Results tagged ‘ Jeff Bagwell ’
It was 2004. The Astros were in Atlanta. And they were celebrating.
That last part alone was remarkable. For years, there were very few reasons for the Astros to be celebrating in Atlanta. Whether it was the regular season, or, more significantly, the postseason, the only thing that happened to the Astros in Atlanta of any import was their ability to quietly pack up their belongings and get the heck out of town as quickly as possible.
The Astros never won in Atlanta. Even in their best seasons, they’d go there and get thumped, two, sometimes, three games. And the playoffs? Bah. Pick a year: 1997, 1999, 2001. Different seasons, same results. The Astros were, simply, the Braves’ personal punching bag.
That is, until 2004. The scene in the clubhouse was chaotic. The Astros finally did it — they beat the Braves in the Division Series, and they spent the next hour or so destroying the carpet in the visiting clubhouse with several dozen cases of bubbly. This was a big one. This wasn’t merely the first time the Astros won a postseason series against the Braves. This was the first time they won a postseason series, ever. Seven tries over 40 years and not a single time did they advance beyond the first round. Until now.
Amid the hugs and laughing and champagne chugging, there were so many other things going on in that clubhouse at Turner Field. Older players spoke sadly and solemnly about their friend, Ken Caminiti, who had died just days earlier. Longtime Brave John Smoltz, part of all of those prior teams that beat the Astros, snuck into a backroom adjacent to the visitors’ clubhouse to personally congratulate Jeff Bagwell and Craig Biggio and wish them luck in the next round. General manager Gerry Hunsicker, normally buttoned up, stoic and very GM-like, laughed joyously, champagne-soaked hair wildly shooting off in every direction, recalling his thoughts even with the Astros up by seven or eight runs late in the game: “Oh boy. Here comes (Mike) Gallo. This thing isn’t over yet.”
If this was the scene in, say, 1984 and not 2004, the situation would have been different. Oh, sure, the carpet would have still been destroyed. And players would still be loud and laughing. And the GM would still look like a crazy mad scientist. And classy players from the losing team would still be gracious in defeat.
It would have been different, however, in that the only reporters documenting all of this would have been men. Me? I would have been standing outside of the clubhouse, alone, missing everything, and hoping someone would be nice enough to come outside and tell me about it.
I thought about this, and the dozens of other poignant moments that I would have missed during my years covering the Astros for MLB.com, as I watched the documentary “Let Them Wear Towels” on ESPN Classic. This hour-long special, chronicling the treatment women sports reporters received decades ago, both enraged and enlightened me. Previously, I felt like I had a pretty good grasp of how things were handled back then. After watching this show, I realize I had absolutely no idea how bad it really was.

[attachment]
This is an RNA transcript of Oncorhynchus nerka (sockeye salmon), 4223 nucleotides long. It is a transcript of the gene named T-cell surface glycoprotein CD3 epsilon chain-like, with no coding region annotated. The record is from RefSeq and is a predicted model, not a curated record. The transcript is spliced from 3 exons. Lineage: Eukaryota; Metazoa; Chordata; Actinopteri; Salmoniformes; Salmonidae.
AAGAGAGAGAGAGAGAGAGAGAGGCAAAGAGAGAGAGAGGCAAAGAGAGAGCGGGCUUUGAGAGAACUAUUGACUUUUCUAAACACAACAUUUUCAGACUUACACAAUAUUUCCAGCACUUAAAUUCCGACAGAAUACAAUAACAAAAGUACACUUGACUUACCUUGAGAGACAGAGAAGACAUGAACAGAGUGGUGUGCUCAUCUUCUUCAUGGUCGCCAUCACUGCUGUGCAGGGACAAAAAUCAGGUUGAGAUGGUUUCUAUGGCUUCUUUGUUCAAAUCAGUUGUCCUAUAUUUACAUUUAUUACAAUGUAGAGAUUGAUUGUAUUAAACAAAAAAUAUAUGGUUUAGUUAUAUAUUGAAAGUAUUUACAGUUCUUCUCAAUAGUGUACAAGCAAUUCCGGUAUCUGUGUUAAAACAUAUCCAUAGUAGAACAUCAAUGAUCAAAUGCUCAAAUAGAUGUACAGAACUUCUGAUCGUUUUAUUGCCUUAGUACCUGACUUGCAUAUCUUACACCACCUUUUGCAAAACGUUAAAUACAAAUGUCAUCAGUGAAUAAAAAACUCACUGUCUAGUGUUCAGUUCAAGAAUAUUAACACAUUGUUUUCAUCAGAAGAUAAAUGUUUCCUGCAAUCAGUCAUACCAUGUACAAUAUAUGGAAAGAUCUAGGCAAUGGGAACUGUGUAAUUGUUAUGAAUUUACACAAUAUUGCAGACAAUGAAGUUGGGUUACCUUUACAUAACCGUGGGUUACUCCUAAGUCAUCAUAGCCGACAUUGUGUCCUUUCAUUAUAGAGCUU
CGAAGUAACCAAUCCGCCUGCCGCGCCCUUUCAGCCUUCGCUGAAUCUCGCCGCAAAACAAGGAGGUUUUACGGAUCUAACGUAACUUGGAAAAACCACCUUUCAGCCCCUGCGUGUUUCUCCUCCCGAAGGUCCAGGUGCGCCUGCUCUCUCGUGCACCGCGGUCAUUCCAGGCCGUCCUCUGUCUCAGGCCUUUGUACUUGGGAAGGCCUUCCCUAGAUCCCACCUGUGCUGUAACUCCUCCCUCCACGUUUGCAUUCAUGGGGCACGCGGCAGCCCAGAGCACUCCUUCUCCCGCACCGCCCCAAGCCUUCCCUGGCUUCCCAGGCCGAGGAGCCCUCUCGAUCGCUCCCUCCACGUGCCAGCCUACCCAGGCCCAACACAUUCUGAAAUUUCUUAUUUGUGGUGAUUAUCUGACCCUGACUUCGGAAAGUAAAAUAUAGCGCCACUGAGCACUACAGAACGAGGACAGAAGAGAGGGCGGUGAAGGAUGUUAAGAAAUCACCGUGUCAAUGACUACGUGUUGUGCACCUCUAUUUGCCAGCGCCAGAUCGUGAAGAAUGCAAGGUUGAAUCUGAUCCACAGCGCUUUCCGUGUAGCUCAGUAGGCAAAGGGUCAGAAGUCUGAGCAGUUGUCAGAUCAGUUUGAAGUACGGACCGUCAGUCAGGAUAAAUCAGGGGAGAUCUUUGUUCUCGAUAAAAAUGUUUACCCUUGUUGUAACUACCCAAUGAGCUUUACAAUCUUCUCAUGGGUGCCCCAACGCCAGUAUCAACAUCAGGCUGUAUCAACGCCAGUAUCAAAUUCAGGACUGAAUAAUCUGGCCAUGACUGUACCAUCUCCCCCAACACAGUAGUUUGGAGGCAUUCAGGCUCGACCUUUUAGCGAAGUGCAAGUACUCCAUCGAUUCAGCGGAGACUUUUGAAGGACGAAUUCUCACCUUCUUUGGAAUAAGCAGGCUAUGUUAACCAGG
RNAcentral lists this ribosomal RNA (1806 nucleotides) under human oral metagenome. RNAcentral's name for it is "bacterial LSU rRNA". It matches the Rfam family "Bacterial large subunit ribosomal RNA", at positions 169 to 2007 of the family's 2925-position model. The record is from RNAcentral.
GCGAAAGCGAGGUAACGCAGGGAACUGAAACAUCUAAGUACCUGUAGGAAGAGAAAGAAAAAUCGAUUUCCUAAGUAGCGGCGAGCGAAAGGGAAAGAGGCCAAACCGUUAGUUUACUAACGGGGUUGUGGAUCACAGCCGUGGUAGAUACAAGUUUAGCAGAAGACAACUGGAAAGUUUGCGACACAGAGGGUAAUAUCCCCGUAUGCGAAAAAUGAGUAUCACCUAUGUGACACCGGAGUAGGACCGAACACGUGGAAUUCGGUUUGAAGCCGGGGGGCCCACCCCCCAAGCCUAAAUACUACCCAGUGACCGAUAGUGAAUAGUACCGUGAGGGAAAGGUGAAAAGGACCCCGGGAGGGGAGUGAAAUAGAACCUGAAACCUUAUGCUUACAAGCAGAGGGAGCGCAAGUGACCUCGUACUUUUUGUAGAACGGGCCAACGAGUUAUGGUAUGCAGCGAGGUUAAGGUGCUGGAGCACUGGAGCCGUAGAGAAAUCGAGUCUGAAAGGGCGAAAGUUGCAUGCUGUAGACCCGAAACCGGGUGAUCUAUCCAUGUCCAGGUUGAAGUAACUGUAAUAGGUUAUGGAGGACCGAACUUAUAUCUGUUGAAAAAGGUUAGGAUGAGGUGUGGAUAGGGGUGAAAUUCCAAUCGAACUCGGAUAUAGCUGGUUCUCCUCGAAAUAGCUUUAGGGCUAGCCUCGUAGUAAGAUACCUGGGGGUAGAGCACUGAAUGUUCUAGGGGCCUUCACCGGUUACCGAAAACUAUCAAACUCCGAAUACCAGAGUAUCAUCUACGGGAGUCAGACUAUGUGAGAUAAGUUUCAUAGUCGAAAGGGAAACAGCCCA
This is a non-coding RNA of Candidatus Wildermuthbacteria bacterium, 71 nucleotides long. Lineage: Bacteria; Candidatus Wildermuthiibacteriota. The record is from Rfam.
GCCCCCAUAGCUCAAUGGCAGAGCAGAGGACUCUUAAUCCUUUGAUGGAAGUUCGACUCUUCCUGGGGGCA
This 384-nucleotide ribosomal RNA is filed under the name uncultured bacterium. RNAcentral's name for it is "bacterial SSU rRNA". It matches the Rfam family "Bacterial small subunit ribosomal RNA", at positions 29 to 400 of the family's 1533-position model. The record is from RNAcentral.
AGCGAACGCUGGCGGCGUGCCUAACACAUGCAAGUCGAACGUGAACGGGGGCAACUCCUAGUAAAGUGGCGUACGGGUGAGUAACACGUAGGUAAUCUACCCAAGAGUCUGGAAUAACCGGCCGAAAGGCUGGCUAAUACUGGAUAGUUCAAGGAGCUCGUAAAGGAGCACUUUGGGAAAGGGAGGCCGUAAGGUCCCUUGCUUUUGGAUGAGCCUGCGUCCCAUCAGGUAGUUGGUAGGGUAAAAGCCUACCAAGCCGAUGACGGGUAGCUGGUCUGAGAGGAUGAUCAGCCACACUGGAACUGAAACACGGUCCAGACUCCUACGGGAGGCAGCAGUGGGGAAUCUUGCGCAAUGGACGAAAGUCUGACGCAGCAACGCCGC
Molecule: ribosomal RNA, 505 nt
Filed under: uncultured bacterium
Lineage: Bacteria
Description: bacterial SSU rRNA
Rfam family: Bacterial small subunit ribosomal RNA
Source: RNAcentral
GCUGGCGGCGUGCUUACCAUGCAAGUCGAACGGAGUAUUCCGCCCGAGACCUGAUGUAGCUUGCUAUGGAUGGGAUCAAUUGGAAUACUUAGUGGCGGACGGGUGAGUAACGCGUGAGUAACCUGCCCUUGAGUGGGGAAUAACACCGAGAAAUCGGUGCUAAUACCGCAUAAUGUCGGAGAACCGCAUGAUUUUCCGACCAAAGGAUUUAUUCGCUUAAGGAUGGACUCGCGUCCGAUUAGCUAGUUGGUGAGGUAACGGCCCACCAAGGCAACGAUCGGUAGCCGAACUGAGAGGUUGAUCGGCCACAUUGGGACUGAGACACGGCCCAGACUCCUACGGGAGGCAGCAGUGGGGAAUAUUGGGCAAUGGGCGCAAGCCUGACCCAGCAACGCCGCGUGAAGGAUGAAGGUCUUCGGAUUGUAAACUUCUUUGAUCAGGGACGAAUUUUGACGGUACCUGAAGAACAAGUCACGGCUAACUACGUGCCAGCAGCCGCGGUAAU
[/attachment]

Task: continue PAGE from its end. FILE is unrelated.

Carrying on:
It’s impossible to truly comprehend how horribly women were treated back then, mainly because it seems so preposterous in modern times. If you walk into a Major League clubhouse today, you may not find the same number of women reporters as men, but the ratio is closer than ever. And there are probably athletes who still don’t like women in locker rooms, but for the most part, it’s a teeny tiny minority. It’s not unnatural or weird or a spectacle for a woman to be in a locker room. It’s simply a normal workday.
This would be in stark contrast to women being harassed, screamed at and physically thrown out of clubhouses, which apparently was standard practice in the 1970s and ’80s. As I watched “Let Them Wear Towels,” I found myself gasping with disbelief, just stunned, with what women had to deal with back then. It just infuriated me. One account actually moved me to tears.
I tried to imagine what it would be like today, to go through what our predecessors endured. And I can’t. It just makes no sense. Standing alone in a hallway, barricaded from a place I had every right to be? Shunned by not only the athletes, but also the public relations directors and fellow reporters, most of who refused to help? Having absolutely no control over anything, including the crappy copy I was about to file to my editor because I had no quotes? And not losing my mind — or worse, my temper — throughout?
I’d like to think I would have pushed forward and fought for what was right. Would I have stood my ground? Probably. Would I have done it with as much restraint, class and dignity as the women featured in “Let Them Wear Towels” did? Well…
As I watched, I tried to put myself into a 1980s setting where women in locker rooms were treated like human feces. Then I thought, why not do the reverse — put the actions of yesteryear in the context of today?
Below is what may have taken place if a female sportswriter in the 1970s or ’80s was live tweeting her experiences, in real time. Most of this is based on exactly what was relayed to us by the brave, strong women featured in “Let Them Wear Towels.”
Couple of notes: